Euro, stocks slip after Germany's Merkel hangs on to power

Published 25.09.2017 20:01
German Chancellor Angela Merkel attends a press conference at the headquarters of the Christian Democratic Union (CDU) party in Berlin yesterday.
German Chancellor Angela Merkel attends a press conference at the headquarters of the Christian Democratic Union (CDU) party in Berlin yesterday.

Following the victory of Chancellor Angela Merkel in Germany's national election on Sunday, the political uncertainty caused the euro and eurozone stocks to fall by 0.3 percent yesterday

The single currency and European stocks slipped on Monday after the bloc's most powerful leader German Chancellor Angela Merkel won a fourth term but faced a fractured parliament as support for the far-right surged.

Investors were unnerved by the prospect of months of coalition talks which could distract from negotiations with Britain over its divorce from the European Union and efforts to integrate the bloc's remaining members.

Political uncertainty also weakened the New Zealand dollar as the ruling National Party won the largest number votes in a weekend election but failed to secure a ruling majority, with a protracted period of coalition building now a possibility.

"Merkel's most pressing task now is not to knit Europe closer together. It's to form a coalition which will prove to be extremely difficult and time-consuming," said Oliver Rakau, chief German economist at Oxford Economics.

The euro slid 0.3 percent to $1.1918, putting more distance between a 2-1/2-year high of $1.2092 reached on Sept. 8, when a European Central Bank policy meeting left currency bulls optimistic the ECB would begin tapering its big stimulus program.

Euro zone stock markets were down 0.3 percent, although falls were more pronounced in Asia where equity markets were hit by concerns over the economic health of the world's second biggest economy China.

MSCI's broadest index of Asia-Pacific shares outside Japan was last down 0.8 percent.

Hong Kong's Hang Seng was down 1.3 percent and Shanghai slipped 0.4 percent after a number of Chinese cities rolled out new measures to cool housing prices.

Investor sentiment was also undermined by concerns that China's beefed-up environmental protection could reduce demand, and consequently economic growth.


In European debt markets, the focus was firmly on the German election where the anti-immigration Alternative for Germany (AfD) stunned the establishment by becoming the first far-right party to enter parliament in more than half a century.

All parties have ruled out a coalition with the AfD and Merkel's only straightforward path to a majority in parliament is a three-way tie-up with the liberal Free Democrats (FDP) and the Greens - an arrangement untested at national level.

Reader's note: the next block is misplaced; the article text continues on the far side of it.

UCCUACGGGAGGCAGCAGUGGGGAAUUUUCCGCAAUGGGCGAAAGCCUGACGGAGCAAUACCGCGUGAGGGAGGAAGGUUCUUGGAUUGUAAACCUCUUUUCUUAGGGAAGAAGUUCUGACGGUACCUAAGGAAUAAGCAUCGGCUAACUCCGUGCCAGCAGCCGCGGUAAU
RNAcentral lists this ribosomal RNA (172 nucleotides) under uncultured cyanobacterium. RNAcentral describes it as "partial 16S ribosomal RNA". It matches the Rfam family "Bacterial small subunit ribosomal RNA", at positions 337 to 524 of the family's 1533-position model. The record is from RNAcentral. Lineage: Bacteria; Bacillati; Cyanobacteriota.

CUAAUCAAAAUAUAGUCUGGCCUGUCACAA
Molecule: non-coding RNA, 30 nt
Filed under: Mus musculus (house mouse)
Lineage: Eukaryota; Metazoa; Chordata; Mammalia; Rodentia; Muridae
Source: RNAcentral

Investors bought German government bonds on the result - seen as one of the safest stores of cash in the euro zone - and sold lower-rated debt in the likes of Portugal, Spain and Italy.

Overall the market moves were fairly modest, however, and some analysts said investors may have used the result as an excuse to sell the euro which was moving lower before the vote.

"The euro...was already losing support from the European Central Bank's monetary policy theme and appeared to be on its way lower," said Daisuke Karakama, chief market economist at Mizuho Bank in Tokyo.In New Zealand, the kiwi, the world 11th most-traded currency, was down 0.7 percent at $0.7288 and set for its biggest daily drop in around a month.

It was at a 1-1/2-month high of $0.7435 as recently as Sept. 20, when speculation for a comfortable ruling party win had boosted the currency.

"While there are a few different scenarios and some potentially testy issues to negotiate, ultimately the political landscape appears as though it will remain relatively centralist and we are reasonably agnostic on what it all means," wrote economists at ANZ.

The British pound edged up 0.3 percent to $1.3541, bouncing back from a slide on Friday when ratings agency Moody's downgraded its credit rating.

The dollar was up 0.2 percent against a basket of six major currencies at 92.397.

The greenback added 0.3 percent at 112.27 yen, reversing losses suffered on Friday when the exchange of insults between U.S. President Donald Trump and North Korea heated up, sapping broader risk appetite.

Oil prices consolidated after surging on Friday, when OPEC and other oil producers said they were clearing a glut that has weighed on crude prices and may wait until January before deciding whether to extend their output curbs beyond the first quarter of 2018.

Brent crude futures was down 0.2 percent at $56.73 a barrel, not far from a 6-1/2-month high of $56.91 set on Friday.

U.S. crude lost 0.5 percent to $50.52 a barrel.

Share on Facebook Share on Twitter